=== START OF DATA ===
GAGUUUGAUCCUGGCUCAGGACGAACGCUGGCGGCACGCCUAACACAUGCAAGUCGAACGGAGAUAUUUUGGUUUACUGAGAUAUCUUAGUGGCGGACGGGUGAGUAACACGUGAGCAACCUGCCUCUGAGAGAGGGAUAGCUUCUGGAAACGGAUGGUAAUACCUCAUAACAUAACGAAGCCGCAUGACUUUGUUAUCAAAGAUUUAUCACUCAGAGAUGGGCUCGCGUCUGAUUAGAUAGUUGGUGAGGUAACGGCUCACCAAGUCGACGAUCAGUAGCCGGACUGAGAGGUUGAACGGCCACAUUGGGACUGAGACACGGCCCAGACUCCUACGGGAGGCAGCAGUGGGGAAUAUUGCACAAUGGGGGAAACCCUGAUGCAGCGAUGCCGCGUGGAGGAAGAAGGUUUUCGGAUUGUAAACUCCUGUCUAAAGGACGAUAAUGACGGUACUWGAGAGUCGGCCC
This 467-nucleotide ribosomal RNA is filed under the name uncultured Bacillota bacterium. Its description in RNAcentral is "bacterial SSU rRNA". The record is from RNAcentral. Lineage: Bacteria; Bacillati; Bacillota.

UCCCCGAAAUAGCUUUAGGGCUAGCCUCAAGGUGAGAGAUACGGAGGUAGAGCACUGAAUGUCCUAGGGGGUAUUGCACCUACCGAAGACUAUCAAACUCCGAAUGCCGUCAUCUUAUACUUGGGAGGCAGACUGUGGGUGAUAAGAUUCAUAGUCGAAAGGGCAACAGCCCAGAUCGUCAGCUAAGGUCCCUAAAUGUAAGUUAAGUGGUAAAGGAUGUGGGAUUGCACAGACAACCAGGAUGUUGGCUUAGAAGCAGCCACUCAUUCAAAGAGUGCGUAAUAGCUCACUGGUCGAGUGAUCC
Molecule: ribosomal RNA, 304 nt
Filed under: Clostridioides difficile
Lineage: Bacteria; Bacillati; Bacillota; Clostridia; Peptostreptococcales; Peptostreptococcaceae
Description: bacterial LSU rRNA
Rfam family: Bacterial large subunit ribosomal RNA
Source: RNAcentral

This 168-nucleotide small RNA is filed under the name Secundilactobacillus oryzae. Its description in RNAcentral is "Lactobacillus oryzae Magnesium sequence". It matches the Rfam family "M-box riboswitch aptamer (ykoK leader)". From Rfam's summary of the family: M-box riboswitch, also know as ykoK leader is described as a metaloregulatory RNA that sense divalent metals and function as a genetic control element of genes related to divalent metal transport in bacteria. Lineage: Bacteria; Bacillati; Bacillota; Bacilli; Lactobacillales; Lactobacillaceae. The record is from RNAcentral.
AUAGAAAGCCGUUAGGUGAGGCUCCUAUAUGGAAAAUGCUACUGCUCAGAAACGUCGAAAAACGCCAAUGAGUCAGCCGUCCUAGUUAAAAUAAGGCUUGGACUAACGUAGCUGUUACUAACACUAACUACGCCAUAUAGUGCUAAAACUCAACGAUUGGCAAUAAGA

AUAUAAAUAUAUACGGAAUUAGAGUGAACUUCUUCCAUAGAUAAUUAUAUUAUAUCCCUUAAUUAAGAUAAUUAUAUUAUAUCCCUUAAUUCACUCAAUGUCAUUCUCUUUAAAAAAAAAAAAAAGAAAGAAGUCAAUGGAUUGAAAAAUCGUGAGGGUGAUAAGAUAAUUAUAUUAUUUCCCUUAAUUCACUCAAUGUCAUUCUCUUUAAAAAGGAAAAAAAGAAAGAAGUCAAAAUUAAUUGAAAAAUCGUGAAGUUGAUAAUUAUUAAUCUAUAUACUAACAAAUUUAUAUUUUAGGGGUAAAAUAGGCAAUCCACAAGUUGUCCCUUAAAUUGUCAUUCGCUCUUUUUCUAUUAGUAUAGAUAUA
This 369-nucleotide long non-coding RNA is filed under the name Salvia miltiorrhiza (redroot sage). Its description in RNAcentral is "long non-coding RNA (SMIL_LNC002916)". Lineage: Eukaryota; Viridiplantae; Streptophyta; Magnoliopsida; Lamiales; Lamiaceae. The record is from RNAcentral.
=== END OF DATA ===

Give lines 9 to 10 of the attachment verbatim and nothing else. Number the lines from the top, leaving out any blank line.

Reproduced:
Source: RNAcentral

This 168-nucleotide small RNA is filed under the name Secundilactobacillus oryzae. Its description in RNAcentral is "Lactobacillus oryzae Magnesium sequence". It matches the Rfam family "M-box riboswitch aptamer (ykoK leader)". From Rfam's summary of the family: M-box riboswitch, also know as ykoK leader is described as a metaloregulatory RNA that sense divalent metals and function as a genetic control element of genes related to divalent metal transport in bacteria. Lineage: Bacteria; Bacillati; Bacillota; Bacilli; Lactobacillales; Lactobacillaceae. The record is from RNAcentral.